I am listening to Episode #1248, and a caller has called about playing Padiddle, where you count cars with one headlight out as a roadtrip game. In the late 60s and early 70s, my two brothers and I played a game during family road trips of picking out station wagons and tractor-trailers (WITH air horns). If you saw one of these vehicles on the road ahead, you called out “beaver,” followed by the type of vehicle. I can not find any internet references to this game. Did you play it? I remember when I learned the game, so there are at least two car-loads of kids that knew of it. (I realize that the word beaver has other slang definitions that need not be discussed here.)
Road trip games ? Get serious , todays kids are looking at their phones watching movies or playing games.
Not all of today’s kids. Slug bug “color” is a neverending one, although they are harder to find.
I think that many–perhaps most–guys have looked for Beaver while on the road.
–Alphabet game- finding successive letters of the alphabet in order while driving- they have to start the word. Bill boards, license plates, car makes/models, etc. My 8 year old niece loves this one, until she gets the Q
– as said, Slug bug is popular, but much harder to play than when I was younger. (we even added Slug Bug Twinkie for VW buses at one point)
– Counting different state license plates while on a long road trip, seeing how many different states we can find
–Padiddle is a fun one, and the added Padunk: where a car has a tail/brake light out.
not all kids prefer electronics the whole trip, and not all adults allow them the entire time
I heard prndl, (pernidle) relating to the letters on the column for the gear selector.
Never played Padiddle. I seem to recall playing a game trying to find license plates from as many states as possible. We kids in the backseat would sometimes try to get truck drivers to sound their horns, by making some sort of hand/arm signal to them. It worked quite often.
Hmmm. Not in polite company though. And if you saw a padiddle first you got to hit the other person.
Unfortunately, there is no official source or record that explains the exact meaning and origin of Padiddle. Its earliest appearances are in the 1940s, when mentions of the activity appeared in Archie comic strips, song lyrics, and various folklore journals. Padiddle refers to a vehicle with one headlight burnt out. Passengers who point such cars on the road, hitting the ceiling of their own car and shouting “Padiddle!” earn points, with the amount varying based on the type of vehicle, location or amount of burnt lights, etc.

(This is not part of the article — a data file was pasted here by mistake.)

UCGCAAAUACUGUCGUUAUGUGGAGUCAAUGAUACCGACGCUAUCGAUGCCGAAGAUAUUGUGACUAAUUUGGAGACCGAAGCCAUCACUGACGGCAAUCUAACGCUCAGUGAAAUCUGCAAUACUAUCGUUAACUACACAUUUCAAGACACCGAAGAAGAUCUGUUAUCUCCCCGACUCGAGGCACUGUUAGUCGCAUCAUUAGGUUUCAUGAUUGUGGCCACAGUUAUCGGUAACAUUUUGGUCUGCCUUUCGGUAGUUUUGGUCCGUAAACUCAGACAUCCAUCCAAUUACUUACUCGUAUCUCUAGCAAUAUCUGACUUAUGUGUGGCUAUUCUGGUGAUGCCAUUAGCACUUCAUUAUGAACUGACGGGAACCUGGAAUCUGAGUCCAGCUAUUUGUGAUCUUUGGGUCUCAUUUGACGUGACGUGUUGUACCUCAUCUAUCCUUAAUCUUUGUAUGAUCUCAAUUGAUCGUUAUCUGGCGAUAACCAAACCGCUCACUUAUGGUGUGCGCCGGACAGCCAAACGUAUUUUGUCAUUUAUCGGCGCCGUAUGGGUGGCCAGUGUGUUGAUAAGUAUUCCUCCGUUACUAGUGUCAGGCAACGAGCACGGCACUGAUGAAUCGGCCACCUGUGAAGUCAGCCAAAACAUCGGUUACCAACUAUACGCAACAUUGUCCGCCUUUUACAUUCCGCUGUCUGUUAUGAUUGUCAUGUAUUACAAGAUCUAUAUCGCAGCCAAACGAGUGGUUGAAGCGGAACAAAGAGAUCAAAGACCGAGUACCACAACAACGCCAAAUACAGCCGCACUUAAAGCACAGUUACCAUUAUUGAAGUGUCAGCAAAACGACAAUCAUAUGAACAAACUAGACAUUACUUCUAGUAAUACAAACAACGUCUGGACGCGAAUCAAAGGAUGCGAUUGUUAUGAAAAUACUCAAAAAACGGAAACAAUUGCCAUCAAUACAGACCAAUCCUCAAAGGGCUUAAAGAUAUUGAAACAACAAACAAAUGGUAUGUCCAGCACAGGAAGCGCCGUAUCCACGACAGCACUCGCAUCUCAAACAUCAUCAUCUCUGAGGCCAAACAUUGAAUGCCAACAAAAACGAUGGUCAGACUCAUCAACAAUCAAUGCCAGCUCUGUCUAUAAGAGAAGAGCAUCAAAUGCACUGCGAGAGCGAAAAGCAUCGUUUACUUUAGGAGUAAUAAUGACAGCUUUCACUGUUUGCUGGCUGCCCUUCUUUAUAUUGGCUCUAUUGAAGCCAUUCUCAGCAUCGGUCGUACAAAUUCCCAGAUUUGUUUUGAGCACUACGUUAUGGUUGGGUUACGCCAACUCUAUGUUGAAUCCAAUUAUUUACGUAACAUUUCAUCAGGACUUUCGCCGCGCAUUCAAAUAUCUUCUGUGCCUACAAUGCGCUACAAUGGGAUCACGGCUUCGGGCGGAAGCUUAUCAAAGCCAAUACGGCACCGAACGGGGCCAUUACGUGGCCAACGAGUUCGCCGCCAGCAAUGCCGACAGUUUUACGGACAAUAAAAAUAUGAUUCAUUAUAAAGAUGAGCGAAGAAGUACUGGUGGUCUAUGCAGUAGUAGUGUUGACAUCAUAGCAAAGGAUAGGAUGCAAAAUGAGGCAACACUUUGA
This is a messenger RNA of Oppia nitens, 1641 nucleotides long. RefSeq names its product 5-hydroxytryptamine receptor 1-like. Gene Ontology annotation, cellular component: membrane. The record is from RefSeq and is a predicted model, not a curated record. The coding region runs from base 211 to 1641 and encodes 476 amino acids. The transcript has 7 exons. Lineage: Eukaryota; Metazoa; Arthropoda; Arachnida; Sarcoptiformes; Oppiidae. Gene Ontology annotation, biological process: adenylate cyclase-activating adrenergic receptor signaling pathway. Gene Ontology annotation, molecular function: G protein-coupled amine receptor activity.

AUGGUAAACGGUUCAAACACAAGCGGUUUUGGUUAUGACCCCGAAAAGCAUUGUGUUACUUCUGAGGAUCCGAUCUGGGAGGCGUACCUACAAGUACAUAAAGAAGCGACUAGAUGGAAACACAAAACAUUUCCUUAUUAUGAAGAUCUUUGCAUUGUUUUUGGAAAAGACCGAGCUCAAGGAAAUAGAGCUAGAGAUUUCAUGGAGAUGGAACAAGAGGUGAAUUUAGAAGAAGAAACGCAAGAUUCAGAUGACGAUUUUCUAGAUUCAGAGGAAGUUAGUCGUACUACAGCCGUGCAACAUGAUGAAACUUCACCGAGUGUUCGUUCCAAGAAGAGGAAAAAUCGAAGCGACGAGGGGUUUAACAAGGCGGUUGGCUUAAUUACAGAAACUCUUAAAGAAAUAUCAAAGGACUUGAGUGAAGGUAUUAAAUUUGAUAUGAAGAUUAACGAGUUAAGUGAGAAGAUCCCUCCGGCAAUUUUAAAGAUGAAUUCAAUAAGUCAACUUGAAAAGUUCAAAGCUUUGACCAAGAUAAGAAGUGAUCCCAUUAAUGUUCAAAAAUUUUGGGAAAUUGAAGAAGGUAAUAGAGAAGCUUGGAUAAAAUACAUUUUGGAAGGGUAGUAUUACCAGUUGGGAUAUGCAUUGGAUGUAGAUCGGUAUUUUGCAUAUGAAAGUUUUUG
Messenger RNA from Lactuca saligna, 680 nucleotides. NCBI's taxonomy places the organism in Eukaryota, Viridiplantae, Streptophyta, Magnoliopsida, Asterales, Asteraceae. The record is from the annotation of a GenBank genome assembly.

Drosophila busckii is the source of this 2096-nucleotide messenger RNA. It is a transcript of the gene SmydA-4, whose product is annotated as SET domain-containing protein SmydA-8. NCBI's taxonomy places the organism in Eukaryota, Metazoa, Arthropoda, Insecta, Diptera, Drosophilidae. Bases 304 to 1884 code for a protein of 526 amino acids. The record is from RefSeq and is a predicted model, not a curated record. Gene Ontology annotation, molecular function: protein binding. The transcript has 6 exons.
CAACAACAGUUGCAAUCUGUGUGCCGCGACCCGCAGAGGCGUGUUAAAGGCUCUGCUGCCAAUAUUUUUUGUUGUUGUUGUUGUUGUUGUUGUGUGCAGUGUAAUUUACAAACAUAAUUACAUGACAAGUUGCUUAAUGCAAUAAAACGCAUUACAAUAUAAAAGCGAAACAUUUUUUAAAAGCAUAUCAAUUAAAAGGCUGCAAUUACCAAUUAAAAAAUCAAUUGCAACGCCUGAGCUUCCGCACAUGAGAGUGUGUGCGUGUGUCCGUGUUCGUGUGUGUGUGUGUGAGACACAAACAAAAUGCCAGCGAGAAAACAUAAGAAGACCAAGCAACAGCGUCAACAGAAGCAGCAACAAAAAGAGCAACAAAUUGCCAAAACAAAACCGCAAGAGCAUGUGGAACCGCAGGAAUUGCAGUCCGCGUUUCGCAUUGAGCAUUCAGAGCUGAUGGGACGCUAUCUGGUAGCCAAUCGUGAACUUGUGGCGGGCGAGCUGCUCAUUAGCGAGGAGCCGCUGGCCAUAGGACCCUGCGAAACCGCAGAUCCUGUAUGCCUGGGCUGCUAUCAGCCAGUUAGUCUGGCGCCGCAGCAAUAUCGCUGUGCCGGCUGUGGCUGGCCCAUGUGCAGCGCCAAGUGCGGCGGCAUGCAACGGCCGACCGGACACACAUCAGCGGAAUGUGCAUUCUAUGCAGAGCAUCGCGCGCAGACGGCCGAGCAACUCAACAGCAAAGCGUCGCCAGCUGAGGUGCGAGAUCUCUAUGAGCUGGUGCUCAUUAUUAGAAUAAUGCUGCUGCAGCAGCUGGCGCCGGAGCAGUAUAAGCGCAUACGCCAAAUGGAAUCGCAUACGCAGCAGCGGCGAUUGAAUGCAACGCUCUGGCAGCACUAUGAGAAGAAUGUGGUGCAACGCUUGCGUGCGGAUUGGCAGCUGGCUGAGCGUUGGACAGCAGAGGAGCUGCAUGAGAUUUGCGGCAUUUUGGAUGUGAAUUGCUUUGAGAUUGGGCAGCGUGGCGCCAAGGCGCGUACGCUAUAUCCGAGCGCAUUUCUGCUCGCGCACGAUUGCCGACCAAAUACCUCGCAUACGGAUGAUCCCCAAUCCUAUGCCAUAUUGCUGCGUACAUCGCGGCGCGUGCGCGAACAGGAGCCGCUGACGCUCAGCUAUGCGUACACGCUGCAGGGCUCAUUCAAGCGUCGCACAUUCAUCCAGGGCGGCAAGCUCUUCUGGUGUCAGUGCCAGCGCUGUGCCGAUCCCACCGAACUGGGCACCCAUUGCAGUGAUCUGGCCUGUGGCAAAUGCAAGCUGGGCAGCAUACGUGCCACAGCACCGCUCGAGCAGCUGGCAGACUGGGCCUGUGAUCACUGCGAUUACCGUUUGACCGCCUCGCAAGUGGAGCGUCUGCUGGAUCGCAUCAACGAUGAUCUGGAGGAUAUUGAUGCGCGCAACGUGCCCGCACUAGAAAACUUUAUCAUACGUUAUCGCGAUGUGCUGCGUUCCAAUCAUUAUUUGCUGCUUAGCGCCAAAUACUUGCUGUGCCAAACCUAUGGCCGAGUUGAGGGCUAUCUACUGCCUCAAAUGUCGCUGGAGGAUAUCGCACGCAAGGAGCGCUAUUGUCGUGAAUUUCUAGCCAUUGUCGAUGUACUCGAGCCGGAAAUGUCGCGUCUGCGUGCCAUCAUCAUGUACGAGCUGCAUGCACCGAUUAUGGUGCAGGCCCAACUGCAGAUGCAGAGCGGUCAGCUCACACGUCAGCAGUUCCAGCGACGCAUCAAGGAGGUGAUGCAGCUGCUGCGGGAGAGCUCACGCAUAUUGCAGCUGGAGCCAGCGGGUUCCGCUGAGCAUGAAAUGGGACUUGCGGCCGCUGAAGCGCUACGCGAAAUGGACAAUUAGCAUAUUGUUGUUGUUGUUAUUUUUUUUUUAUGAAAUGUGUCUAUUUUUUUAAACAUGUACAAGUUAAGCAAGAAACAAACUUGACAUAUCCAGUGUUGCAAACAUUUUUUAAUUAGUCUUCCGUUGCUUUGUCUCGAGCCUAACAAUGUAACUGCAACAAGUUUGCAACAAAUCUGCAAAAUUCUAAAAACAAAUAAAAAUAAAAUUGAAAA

Padiddle wasn’t originally a point-based family game, though. It was a way for young lovebirds who were driving around town to exchange kisses. Instead of playing for points, participants played for the opportunity to receive kisses from the other person (or, if the lady preferred, to slap the man). Another way Paddidle has been played was that the last player to shout “Padiddle!” when one passed by would have to remove a piece of clothing.
The word itself is most likely a nonsense word, but could be related to “diddle,” which means to aimlessly pass the time. Because there’s no one official source, though, the game has taken on many names over the years, and no single one is technically the correct one. Likewise, there are no official rules to the game. But, if you’re playing with your family, we suggest avoiding anything involving kissing or removing clothing.
Well, something has to keep the population from declining to zero … lol … I’ve been watching a lot of the James Bond films during the pandemic, and wondering how these films could be rated PG??? The innuendo’s are so very transparent. Not complaining mind you, but my theory is this is some sort of gov’t conspiracy to increase America’s population … lol …
I didn’t know about that kissing thing, but could have used that walking my date home from a Bond movie. Had to have been a car with a light out on the mile walk.